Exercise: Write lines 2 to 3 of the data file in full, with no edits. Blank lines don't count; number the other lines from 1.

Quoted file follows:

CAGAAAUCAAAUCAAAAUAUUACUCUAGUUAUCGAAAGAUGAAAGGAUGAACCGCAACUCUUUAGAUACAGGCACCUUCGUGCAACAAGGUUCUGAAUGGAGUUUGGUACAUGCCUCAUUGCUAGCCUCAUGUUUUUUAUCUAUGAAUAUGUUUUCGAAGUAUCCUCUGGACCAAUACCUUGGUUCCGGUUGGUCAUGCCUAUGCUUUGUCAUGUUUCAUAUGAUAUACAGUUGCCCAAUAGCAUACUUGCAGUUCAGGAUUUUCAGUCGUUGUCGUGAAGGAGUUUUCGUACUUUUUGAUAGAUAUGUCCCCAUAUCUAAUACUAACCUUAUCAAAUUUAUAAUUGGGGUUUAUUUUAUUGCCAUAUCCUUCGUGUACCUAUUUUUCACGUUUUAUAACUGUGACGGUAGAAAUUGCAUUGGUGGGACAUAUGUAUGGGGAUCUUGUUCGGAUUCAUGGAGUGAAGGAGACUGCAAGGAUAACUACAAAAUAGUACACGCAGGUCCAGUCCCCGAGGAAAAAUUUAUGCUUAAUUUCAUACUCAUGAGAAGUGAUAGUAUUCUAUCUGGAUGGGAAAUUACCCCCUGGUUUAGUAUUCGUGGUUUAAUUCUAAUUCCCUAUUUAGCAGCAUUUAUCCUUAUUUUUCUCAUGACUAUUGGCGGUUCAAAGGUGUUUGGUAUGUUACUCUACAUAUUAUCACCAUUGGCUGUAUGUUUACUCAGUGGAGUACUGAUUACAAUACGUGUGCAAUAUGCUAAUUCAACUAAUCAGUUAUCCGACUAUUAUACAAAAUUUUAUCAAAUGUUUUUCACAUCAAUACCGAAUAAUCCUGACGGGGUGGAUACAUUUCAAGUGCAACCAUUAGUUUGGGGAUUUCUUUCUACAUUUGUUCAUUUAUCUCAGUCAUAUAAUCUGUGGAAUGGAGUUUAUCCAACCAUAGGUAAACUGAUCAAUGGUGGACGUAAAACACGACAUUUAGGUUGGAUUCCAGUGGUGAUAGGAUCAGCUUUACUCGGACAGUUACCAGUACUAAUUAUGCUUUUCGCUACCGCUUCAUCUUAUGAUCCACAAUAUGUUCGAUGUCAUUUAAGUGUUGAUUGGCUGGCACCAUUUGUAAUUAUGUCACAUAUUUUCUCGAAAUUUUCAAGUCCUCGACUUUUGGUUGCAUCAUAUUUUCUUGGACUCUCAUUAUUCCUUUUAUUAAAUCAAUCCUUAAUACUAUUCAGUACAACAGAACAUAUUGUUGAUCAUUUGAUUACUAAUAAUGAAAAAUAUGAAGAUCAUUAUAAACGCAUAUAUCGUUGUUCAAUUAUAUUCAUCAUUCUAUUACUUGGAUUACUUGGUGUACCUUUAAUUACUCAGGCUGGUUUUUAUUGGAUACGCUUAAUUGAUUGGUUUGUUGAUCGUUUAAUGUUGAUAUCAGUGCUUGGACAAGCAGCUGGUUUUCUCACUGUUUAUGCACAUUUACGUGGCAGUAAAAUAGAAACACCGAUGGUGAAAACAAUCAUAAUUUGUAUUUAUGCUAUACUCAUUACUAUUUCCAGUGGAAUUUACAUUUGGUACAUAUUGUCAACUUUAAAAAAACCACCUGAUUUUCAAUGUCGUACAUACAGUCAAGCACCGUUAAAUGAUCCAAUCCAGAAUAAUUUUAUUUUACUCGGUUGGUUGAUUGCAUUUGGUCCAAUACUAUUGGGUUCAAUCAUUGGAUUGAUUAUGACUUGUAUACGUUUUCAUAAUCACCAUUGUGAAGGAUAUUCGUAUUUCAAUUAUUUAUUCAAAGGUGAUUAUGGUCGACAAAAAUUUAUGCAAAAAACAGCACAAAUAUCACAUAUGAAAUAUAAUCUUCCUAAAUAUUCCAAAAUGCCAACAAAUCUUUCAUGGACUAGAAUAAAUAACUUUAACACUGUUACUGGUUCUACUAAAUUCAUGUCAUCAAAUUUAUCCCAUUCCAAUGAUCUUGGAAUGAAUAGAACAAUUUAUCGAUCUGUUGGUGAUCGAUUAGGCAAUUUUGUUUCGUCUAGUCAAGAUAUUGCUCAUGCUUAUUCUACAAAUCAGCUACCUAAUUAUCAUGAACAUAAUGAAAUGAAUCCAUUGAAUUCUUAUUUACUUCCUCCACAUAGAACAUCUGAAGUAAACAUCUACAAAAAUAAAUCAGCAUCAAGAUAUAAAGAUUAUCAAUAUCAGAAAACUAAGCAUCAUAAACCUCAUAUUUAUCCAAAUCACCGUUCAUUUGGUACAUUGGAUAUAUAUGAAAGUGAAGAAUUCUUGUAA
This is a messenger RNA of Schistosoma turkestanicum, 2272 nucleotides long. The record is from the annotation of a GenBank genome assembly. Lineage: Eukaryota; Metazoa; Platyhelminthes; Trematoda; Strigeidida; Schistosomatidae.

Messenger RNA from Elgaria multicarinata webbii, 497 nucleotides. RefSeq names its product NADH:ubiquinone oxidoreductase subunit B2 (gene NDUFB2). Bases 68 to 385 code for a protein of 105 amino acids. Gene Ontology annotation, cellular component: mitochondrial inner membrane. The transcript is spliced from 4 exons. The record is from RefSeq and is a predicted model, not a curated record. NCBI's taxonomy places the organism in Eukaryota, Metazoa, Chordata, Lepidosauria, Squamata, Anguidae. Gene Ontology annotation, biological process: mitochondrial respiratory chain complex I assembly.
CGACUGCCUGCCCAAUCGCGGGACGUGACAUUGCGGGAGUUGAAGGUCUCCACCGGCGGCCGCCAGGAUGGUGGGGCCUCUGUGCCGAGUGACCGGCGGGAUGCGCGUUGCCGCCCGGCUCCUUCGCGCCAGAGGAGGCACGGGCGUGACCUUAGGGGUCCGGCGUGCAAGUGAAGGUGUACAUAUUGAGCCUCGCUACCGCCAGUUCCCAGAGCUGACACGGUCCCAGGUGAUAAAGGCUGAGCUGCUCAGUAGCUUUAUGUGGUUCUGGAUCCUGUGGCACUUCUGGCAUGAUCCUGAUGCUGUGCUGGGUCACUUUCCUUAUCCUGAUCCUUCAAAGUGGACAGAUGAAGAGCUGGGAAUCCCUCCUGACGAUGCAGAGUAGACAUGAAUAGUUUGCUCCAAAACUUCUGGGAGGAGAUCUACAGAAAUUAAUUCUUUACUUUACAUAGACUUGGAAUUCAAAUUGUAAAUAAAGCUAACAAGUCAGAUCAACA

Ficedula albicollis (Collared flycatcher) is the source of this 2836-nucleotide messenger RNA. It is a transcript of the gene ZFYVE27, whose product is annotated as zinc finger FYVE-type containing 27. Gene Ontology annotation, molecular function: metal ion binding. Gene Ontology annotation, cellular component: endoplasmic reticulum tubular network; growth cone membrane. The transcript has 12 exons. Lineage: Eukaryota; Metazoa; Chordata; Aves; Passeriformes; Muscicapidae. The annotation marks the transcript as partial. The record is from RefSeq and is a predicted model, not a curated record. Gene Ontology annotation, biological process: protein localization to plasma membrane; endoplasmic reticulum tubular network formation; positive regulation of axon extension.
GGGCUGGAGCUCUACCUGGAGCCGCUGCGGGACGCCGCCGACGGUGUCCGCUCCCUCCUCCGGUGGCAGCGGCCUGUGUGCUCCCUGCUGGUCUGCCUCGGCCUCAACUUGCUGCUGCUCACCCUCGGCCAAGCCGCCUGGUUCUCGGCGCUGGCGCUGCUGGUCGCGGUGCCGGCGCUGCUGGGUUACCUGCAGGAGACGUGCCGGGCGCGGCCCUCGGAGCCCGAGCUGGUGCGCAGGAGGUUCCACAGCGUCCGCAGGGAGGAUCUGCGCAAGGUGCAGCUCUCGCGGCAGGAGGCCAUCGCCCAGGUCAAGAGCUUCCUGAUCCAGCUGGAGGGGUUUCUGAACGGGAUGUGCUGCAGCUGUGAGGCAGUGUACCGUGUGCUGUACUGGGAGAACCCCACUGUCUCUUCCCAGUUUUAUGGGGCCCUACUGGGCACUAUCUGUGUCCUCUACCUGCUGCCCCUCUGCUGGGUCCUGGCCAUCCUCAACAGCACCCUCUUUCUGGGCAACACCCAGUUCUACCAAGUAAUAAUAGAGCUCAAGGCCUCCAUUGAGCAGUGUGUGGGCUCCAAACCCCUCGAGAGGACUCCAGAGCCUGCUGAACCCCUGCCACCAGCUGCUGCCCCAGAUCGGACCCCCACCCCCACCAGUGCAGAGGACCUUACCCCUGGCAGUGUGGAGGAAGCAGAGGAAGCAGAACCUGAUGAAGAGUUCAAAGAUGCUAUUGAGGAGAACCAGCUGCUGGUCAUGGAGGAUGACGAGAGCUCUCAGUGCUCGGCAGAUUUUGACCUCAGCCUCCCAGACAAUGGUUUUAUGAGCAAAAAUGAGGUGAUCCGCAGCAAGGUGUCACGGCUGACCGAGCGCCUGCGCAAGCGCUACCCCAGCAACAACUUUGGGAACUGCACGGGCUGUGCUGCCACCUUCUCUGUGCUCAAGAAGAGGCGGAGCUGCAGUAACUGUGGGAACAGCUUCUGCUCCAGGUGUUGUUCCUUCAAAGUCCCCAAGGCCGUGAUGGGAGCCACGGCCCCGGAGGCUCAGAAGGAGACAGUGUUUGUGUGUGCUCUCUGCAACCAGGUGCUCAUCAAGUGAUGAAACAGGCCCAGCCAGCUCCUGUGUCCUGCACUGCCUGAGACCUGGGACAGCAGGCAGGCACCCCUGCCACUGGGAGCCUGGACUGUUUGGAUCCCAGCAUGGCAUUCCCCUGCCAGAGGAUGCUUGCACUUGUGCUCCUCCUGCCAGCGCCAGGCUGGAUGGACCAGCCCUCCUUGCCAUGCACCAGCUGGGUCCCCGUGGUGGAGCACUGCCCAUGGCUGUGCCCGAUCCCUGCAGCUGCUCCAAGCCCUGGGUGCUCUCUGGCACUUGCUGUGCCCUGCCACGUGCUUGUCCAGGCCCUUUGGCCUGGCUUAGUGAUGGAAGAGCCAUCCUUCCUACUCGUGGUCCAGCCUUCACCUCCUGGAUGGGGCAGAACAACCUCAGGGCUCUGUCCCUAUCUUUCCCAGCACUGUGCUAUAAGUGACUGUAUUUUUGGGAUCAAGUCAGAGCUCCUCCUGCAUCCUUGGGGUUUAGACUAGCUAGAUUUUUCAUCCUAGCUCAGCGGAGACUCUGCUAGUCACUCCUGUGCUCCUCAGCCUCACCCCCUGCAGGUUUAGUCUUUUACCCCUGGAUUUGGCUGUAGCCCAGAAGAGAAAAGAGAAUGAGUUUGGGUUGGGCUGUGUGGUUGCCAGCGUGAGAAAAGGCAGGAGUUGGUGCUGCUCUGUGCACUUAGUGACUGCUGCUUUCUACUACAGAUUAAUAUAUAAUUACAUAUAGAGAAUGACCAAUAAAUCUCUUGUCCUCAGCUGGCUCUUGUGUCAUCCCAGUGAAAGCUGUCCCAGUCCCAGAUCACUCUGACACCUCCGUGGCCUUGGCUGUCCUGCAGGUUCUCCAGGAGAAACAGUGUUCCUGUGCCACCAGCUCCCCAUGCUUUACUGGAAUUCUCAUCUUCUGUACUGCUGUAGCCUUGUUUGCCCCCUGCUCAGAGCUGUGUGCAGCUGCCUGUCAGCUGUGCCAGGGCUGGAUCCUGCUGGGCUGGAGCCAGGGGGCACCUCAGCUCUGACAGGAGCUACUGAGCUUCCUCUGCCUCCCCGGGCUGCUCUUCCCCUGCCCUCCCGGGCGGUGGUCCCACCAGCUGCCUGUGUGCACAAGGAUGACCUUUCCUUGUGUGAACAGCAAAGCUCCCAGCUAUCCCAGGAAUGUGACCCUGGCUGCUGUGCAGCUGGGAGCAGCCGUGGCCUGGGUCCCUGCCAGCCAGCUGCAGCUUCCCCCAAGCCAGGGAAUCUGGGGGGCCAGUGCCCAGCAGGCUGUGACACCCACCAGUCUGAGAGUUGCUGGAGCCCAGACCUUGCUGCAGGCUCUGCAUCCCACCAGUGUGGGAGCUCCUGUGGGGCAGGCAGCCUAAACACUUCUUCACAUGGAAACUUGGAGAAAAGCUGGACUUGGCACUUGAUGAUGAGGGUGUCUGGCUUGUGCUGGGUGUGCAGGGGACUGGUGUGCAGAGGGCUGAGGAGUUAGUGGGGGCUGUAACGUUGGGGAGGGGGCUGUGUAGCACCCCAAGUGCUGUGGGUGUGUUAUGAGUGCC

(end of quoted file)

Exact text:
This is a messenger RNA of Schistosoma turkestanicum, 2272 nucleotides long. The record is from the annotation of a GenBank genome assembly. Lineage: Eukaryota; Metazoa; Platyhelminthes; Trematoda; Strigeidida; Schistosomatidae.

Messenger RNA from Elgaria multicarinata webbii, 497 nucleotides. RefSeq names its product NADH:ubiquinone oxidoreductase subunit B2 (gene NDUFB2). Bases 68 to 385 code for a protein of 105 amino acids. Gene Ontology annotation, cellular component: mitochondrial inner membrane. The transcript is spliced from 4 exons. The record is from RefSeq and is a predicted model, not a curated record. NCBI's taxonomy places the organism in Eukaryota, Metazoa, Chordata, Lepidosauria, Squamata, Anguidae. Gene Ontology annotation, biological process: mitochondrial respiratory chain complex I assembly.